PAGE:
Some families forced out of housing due to lack of heat

Published: Jan. 4, 2018 at 5:37 PM EST|Updated: Jan. 4, 2018 at 7:42 PM EST
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RICHMOND, VA (WWBT) - Some of the 54 families surviving without reliable heat in Richmond's Creighton Court public housing community, will be moved to temporary housing on Thursday.

Richmond Redevelopment and Housing Authority (RRHA) Chief Executive Officer T.K. Somanath says that with the next couple days anticipated to be in the low 20s, more immediate action will be taken. The moves come in addition to the space heaters residents have already been given.

Nine buildings in the community are without heat, stemming from an issue with leaking iron pipes, according to a Department of Housing and Urban Development representative. The aging system may require asbestos removal, so repairs are going to take longer than a quick-fix, according to officials.

RRHA is currently taking bids from qualified contractors to do the work. Bids are due Jan. 12, and the repairs are set to now be fixed within 10 days, instead of 30, as stated earlier in the week.

Multiple contractors will be working on the nine buildings to help speed up the process. When the work is completed, Richmond city officials will be conducting inspections to ensure all buildings are up to code.

On Wednesday, RRHA staff members visited each of the affected apartments to check that the space heaters were keeping the temperature between 66 and 72 degrees. Despite the checks, some residents still tell NBC12 they are dealing with below standard temperatures, and they are leaving stoves on to warm up their apartments.

Wayne White is heating his apartment by leaving the hot oven open and boiling water, to such an extent that NBC12's camera lenses were actually steaming up.

"After 6 o'clock in the evening, this house is cold," said White, despite his heating efforts.

White does use a space heater given to him by RRHA maintenance; however, he says it's not enough, especially with his three and seven-year-old grandsons staying at the home.

"My oven's burning… I don't have another choice," continued White.

Tischica Mabrey, a mother of four, told NBC12 she hasn't had heat in the lower level of her apartment in four months.

"It's brick cold down here," said Tischica. "The maintenance man dropped the heaters off, and all he basically said was, 'They told me to bring you the heaters. They don't know when they'll get to the heat and when they'll get it fixed.'"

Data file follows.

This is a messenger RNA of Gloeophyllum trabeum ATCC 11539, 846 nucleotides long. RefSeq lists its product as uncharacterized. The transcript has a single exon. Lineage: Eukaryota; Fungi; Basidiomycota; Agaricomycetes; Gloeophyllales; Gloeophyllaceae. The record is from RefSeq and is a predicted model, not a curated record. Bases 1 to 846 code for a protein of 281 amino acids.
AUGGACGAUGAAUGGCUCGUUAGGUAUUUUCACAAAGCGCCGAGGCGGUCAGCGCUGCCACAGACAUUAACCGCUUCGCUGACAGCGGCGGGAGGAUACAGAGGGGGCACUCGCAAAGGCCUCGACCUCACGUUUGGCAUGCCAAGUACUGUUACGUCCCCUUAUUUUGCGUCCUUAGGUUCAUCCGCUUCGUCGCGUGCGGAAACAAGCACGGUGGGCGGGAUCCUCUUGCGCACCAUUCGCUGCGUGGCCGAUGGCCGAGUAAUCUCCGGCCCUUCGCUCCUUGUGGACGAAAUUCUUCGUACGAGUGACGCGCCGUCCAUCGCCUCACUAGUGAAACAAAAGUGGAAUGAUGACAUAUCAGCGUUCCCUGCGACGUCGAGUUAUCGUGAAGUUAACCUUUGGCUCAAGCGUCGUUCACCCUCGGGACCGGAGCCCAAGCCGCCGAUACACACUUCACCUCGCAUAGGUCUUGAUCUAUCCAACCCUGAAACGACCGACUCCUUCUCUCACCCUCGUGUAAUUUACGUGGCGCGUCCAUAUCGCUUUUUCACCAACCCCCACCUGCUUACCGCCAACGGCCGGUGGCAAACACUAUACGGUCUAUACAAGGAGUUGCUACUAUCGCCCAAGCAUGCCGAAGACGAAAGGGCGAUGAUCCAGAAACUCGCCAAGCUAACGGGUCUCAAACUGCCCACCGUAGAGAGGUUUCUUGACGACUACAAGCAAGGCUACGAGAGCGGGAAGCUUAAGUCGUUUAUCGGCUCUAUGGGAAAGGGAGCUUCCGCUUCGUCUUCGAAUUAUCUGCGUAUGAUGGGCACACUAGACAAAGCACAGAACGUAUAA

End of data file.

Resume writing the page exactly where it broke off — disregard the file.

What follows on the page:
Congressman Donald McEachin said in a statement that he believes RRHA representatives had known about the problems for months, potentially as early as May, leading into the winter.

"While the process to correct this intolerable living situation finally has begun, I remain extremely disappointed that RRHA did not act to ensure all residents would have heat before winter began. Representatives at RRHA have known about this impending problem for months, and now residents are being forced to suffer through these dangerously frigid conditions without a reliable heat source. The question must be asked, 'Why did RRHA wait until the winter time to address this condition?'" said McEachin in a statement.

In a statement, an RRHA official writes that the agency knew of the issues back in October and shut off the central heat supply to the nine buildings then to prevent the ceilings from collapsing. The ceilings had been absorbing water from the leaking pipes.

"Studies estimate that RRHA's aging public housing portfolio has over $150 million in identified capital needs and receives the equivalent of $750 per year, per unit, to address these needs. Needless to say, this sum is woefully insufficient and necessitates that RRHA deal with many serious problems in a reactive rather than proactive manner, doing its best to triage competing priorities," said RRHA's statement.

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